Henry, Bowman strong for Nevada baseball
October 20, 2007
RENO – Nevada’s baseball team played somebody other than itself for the first time since the WAC championship game last May, and for two Pack players it was a special day.
Dayton graduate Matt Bowman missed almost the entire 2006 season with a shoulder/arm injury and redshirted, and Carson grad Aaron Henry redshirted last season after transferring from Western Nevada College.
Both were excited to play in a competitive situation again, and both played exceptionally well in Saturday’s scrimmage against Lassen College, which saw the Wolf Pack pound out 59 hits in 18 innings.
Bowman hit for the cycle, going 4-for-7 with a homer, four runs scored and three RBI. Henry also went 4-for-7 with three stolen bases and two runs scored.
“It was weird going that long without competing against an outside team,” Bowman said. “I’ve been able to swing a bat since about the middle of the summer. It (swing and shoulder) is coming around slowly. The shoulder feels great and the swing will work itself out.
“It (the swing) felt good today. It’s the best I’ve hit the ball since we started in the fall.”
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No doubt Nevada coach Gary Powers is happy to see Bowman, who hit .376 two seasons ago, back from injury.
“I’m glad to see him start to get back to 100 percent,” Powers said. “He’s as healthy as he’s been in a year.”
Bowman still is unable to throw well enough to play a position, but Powers said he is on a throwing program, and that he will be tested in the weeks ahead.
“Everyday it gets a little better and stronger,” Bowman said. “The next step is that I’ll go out to second base and throw it hard to first. I haven’t done that yet.”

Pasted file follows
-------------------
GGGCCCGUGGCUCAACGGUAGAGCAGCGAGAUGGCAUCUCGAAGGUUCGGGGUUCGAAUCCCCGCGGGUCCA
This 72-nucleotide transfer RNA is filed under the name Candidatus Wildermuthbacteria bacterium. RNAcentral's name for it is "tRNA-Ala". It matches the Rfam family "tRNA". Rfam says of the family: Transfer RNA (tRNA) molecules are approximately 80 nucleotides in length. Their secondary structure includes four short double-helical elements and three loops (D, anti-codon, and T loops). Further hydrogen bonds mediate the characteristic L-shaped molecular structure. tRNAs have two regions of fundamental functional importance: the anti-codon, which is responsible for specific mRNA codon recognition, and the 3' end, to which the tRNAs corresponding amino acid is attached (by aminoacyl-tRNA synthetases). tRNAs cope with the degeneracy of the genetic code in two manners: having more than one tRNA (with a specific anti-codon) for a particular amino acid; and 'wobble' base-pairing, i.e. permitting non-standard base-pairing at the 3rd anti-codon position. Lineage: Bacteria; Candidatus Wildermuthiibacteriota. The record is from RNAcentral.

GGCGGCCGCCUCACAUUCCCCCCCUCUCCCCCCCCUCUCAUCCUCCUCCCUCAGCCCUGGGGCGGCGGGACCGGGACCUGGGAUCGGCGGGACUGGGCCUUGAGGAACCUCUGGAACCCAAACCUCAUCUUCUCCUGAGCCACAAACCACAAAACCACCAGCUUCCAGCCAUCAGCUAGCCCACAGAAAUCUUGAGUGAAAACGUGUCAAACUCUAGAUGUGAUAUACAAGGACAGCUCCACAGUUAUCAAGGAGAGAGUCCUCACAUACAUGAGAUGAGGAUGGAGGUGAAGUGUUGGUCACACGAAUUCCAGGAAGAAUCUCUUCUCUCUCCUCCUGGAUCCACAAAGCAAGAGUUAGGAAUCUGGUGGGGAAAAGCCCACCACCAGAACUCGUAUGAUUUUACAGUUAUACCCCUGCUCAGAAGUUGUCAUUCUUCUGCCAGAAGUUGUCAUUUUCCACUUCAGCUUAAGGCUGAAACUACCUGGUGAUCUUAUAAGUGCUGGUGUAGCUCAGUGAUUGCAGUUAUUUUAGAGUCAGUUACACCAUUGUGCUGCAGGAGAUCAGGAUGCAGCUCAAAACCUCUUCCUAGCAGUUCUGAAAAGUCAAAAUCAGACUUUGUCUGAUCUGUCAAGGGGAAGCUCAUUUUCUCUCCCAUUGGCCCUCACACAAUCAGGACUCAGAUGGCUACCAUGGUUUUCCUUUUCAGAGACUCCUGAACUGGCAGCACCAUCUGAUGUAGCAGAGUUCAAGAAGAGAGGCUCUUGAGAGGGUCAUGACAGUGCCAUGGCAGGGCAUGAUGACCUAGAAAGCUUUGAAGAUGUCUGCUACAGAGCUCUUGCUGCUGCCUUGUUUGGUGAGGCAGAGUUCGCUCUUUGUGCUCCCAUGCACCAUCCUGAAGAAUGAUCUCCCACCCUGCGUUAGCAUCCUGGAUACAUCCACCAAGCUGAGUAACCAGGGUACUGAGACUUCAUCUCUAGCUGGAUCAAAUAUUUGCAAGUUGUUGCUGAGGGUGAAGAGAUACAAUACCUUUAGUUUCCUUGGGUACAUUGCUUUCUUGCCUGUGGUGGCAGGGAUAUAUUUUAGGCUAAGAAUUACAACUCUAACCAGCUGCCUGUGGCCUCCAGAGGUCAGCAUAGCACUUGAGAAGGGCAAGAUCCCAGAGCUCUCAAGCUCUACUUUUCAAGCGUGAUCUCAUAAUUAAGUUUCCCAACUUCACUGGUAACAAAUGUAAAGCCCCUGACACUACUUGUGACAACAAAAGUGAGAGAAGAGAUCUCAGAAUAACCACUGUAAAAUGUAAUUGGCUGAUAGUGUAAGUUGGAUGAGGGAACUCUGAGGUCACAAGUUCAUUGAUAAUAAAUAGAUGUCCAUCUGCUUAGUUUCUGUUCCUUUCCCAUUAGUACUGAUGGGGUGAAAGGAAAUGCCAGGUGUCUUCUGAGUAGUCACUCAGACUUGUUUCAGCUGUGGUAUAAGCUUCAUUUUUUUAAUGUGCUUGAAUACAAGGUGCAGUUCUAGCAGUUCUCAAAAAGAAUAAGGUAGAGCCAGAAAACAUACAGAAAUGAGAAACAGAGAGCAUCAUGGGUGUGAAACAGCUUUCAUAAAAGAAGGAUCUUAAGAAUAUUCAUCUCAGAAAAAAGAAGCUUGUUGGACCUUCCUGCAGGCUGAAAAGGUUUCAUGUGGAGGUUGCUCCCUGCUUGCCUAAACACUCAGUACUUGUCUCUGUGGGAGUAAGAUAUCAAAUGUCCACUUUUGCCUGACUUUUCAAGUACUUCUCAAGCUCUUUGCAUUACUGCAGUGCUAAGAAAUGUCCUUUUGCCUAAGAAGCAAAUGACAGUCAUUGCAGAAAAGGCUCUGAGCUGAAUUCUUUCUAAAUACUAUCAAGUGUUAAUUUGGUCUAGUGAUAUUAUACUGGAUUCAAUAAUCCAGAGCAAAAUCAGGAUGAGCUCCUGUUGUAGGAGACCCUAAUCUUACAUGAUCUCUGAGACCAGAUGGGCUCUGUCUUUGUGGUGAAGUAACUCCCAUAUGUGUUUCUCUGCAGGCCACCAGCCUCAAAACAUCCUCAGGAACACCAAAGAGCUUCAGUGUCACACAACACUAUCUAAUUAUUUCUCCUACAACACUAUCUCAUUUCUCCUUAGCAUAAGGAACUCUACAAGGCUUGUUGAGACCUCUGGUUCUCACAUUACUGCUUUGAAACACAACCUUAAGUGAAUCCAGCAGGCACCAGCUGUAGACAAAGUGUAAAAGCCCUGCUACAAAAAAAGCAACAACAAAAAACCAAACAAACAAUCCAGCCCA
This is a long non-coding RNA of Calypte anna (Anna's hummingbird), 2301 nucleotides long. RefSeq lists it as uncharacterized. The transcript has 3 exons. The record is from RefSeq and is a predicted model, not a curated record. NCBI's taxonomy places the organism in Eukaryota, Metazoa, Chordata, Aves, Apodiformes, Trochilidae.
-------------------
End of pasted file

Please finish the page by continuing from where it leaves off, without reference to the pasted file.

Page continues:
When he is fully 100 percent, the question is, where do you play him? Bowman was a shortstop at Dayton, played second base for the Sierra Sun Devils during the summer of his high school years, and has played third base and left field for Nevada.
“He can play so many positions,” Powers said. “He could easily play three different places. He’s going to have to fit in (somewhere).”
No matter where he ends up, he’ll displace a pretty good player because the Pack appears to be two deep everywhere on the field, a far cry from previous years.
“It depends on where they need me,” Bowman said. “Wherever they need me is fine. I could care less where I play. It’s kind of fun moving around. I do want to play a position. I think I’m better suited to play position instead of just being a DH. I think there are other players better suited to be a DH.”
You know he’ll be in there somewhere, because of his offensive skills. He’s driven in 59 runs in his first two seasons, and there is no doubt he could be a 50-RBI guy if he stays healthy the whole season.
Henry made an out in his first at-bat, and then strung together four straight hits before striking out in consecutive at-bats at the end of the day.
“I was real excited to play,” Henry said. “I’ve had so many injuries over the past (three) years. I got antsy last year watching. I’m definitely ready to be part of this team.
“I felt good today. My swing is starting to come around. I’ve been working a lot on my timing. I was staying up on my front toe too long. Coach Powers has been working with me on that. I’m getting that front toe down better. I feel like I’m picking up stuff well.”
Hitting is the biggest question mark with Henry, and if that aspect of his game continues to improve it will be hard to keep him off the field. He brings some real positives to the team – defense and the ability to steal bases.
“He’s been working hard, and I’m seeing daily improvement,” Powers said. “Unfortunately, we have eight or nine guys that can play the outfield, and they all have attributes that are positive and can help the team. Aaron is in a battle for one of those spots.”
Henry is well aware of his predicament, and he’s doing his best to make Powers’ decision on who plays and who sits a tough one.
“It seems like every one of the outfielders today got three or four hits,” Henry said. “There is going to be good competition to get some time. The competition makes our team a lot better. If somebody gets hurt or isn’t producing, somebody else will be ready to step right in. It makes it tough to get playing time, but it keeps everybody working hard. I’m working as hard as I can.”
Notes: Three Carson City players are listed on the Lassen College roster – Royal Good, Jason Alcasas and Jesse Rasner. Good batted leadoff in both nine-inning segments, and collected four hits … Nevada hit six homers, including two by Dan Eastham and one each by Bowman, Tyson Jaquez and Shaun Kort.